Understanding cards – most universal game platform

It fits in your pocket, it costs a few dollars (pounds), you can buy it everywhere and immediately play hundreds of games with it. It does not require any power source. This is of course a deck of cards. Most versatile and comfortable gaming platform in the world! If you want to fully appreciate its charms, if you want to really understand it, you have to learn something about its history and all possible uses in games!

Try guess! How many card games are out there in the world? Less than 50? More than 100?

Nah! There are hundreds of card games and in my opinion no one ever counted them all. Deck of cards is an exceptional tool for everyone who love games. It is also an interesting cultural artifact and some decks are simply artworks.

There are card games for one person (patiences or solitairies). Some of them have much random elements, some are more strategic. There are solitairies using one deck of cards or played with multiple decks. With jokers or without them.

When it comes to games for two or more players there are few types of them.

  • Trick-taking games (like Bridge, Skat, Whist, Spades, Ecarte, Preferance, Oh Hell and many more).
  • Trick-avoiding games (many variants of Hearts)
  • Point-trick games with melds (66, Thousand, Bezique and their numerous variants).
  • Matching games (especially Rummy and Canasta variants).
  • Comparing games (like Cribbage and some gambling games like Poker or Baccarat).
  • Shedding games (Makao, Crazy Eights and many more)
  • Games using cards as elements of board built during play.
  • Games where players attempt to determine the rule established by one player (Eleusis).
  • Multi-genre games combining elements from all presented types.

Almost all card games have element of luck. Despite this, some of these games are serious mind sports (like Bridge). It is not surprising because – as I explained earlier – games with element of luck also require thinking to win. You can reduce random element from competition through so-called duplicate games – when  same deals are played at each table and scoring is based on relative performance. This allows to compare how individual players coped with cards they got.

Deck of cards is very flexible “game platform”. There are 52 cards in standard deck  but you can add additional jokers. You can play with multiple decks at the same time, but there are also “short” decks from 7s to Aces (32 cards) or from 9s to Aces (24 cards). Some games use multiple short decks (for example two 24-card decks from 9s to aces).

Most often contemporary decks are so called French decks including aces, pip cards and “court” or face cards (Jacks, Queens and Kings). There are four cards of each rank, divided into four suits: hearts (), diamonds (), clubs () and spades (). It is interesting that clubs are called “clubs” but  they look more like a clover. Spades don’t really look as spades, rather like leaves. In Poland  clubs are called “acorns” or “trefle” (this second word means nothing more to Poles than the name of card suit). And diamonds in Poland are called   “bells” or “karo”. Did you ever wondered from where these different names come from? It can be explained but first you must know some history of cards.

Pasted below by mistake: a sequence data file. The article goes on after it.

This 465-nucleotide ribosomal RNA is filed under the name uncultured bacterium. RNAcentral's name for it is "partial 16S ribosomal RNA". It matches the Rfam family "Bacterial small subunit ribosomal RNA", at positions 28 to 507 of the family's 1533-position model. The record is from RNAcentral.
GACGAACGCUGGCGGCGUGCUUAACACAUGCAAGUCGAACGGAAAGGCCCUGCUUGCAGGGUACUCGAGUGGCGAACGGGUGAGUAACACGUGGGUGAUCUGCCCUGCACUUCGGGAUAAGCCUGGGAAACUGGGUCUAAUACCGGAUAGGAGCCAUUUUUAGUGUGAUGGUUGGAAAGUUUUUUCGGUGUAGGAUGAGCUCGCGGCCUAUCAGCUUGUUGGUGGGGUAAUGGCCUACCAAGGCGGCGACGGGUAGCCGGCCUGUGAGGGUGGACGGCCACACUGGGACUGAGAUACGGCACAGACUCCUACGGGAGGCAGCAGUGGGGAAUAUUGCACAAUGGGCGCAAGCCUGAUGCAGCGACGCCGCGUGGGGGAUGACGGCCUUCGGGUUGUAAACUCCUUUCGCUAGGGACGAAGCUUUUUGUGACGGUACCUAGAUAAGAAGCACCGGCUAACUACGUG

History of playing cards in short

Far and Middle East

The first playing cards probably originated in China, like dominoes. This could happen as early as the 9th century AD. In China, the invention of the cards probably coincided with the invention of the books made of pages instead of paper rolls.

First cards could be simply a paper version of the Chinese dominoes, such as those used to play games of Tien Gow or Pai Gow. Let me remind you that Chinese domino tiles have not only value but also a suit! There are two groups of tiles in one set – “military” and “civilian”.

There are also theories that the first playing cards were just money (banknotes and/or coins). Maybe such games with money gave rise not only to cards but also to Mahjong.

Through the Silk Road cards arrived in Persia. And there, in the 13th century, they gave rise to a game known as Ganjifa, Ganjapa or Gânjaphâ. This game uses a set of round or rectangular cards, including ten pip cards and two court cards (king and vizier). They had four suits. Suits could use such motifs as cups, coins or swords instead of clubs, hearts or spades we know today.

Various Ganjifa variants arose with time and cards used varied motifs. There were cards with zodiac signs, with pictures showing Krishna struggling with demons, cards with avatars of god Vishnu. There were sets with different numbers of cards for different games and for different numbers of players. The image below shows the cards from 19th century, but designed for the old Indian game of Ganjifa. On this basis you can imagine ancestors of contemporary playing cards.

Note that there are five flowers on one card and three jugs on other. You could say this is a “Three of Flowers” and  “Five of Jugs”.

Ganjifa cards from Rajasthan (XIX century). Opaque watercolor on cardboard. Photo of Los Angeles County Museum of Art (public domain)

In Egypt playing cards could appear early – in 11th century – but we know it only thanks to few oldest surviving cards. But there is one full set of cards from the 15th century. It was found by Leo Aryeh Mayer in the Topkapi Palace. This set was probably  composed of three different packs by replacing missing cards. It probably contained 52 cards divided into four suits: polo sticks, coins, swords and cups. Each suit contained ten pip cards and three court cards: king, deputy king and under-deputy.

This cards were made extremely decoratively in true Arabian aesthetics. On the picture below you can see four cards from this set: Six of Coins, Ten of Polo Sticks, Three of Cups and Seven of Swords.

Cards from Topkapı Sarayı (image author: Countakeshi lic. CC By-SA 4.0)

Cards in Europe

Cards such as those from Egypt were brought to Europe around the 14th century. Of course there was a need to adapt them. Polo was not known sport in Europe, so polo sticks were replaced by clubs or cudgels.

First cards were painted by hand, but in the 15th century in Europe people start to make them just as earlier in China. Cards were printed using woodcut technique. Colours and ornaments were painted later on print. Professional card makers appeared. A beautiful example of deck from this period is known as Hofjaren Jachtpakket. It is now the part collection of the Metropolitan Museum in New York. This deck has already Jacks, Queens and Kings. The suits are based on hunting motifs like hound tethers or horns.

Hofjaren Jachtpakket (public domain)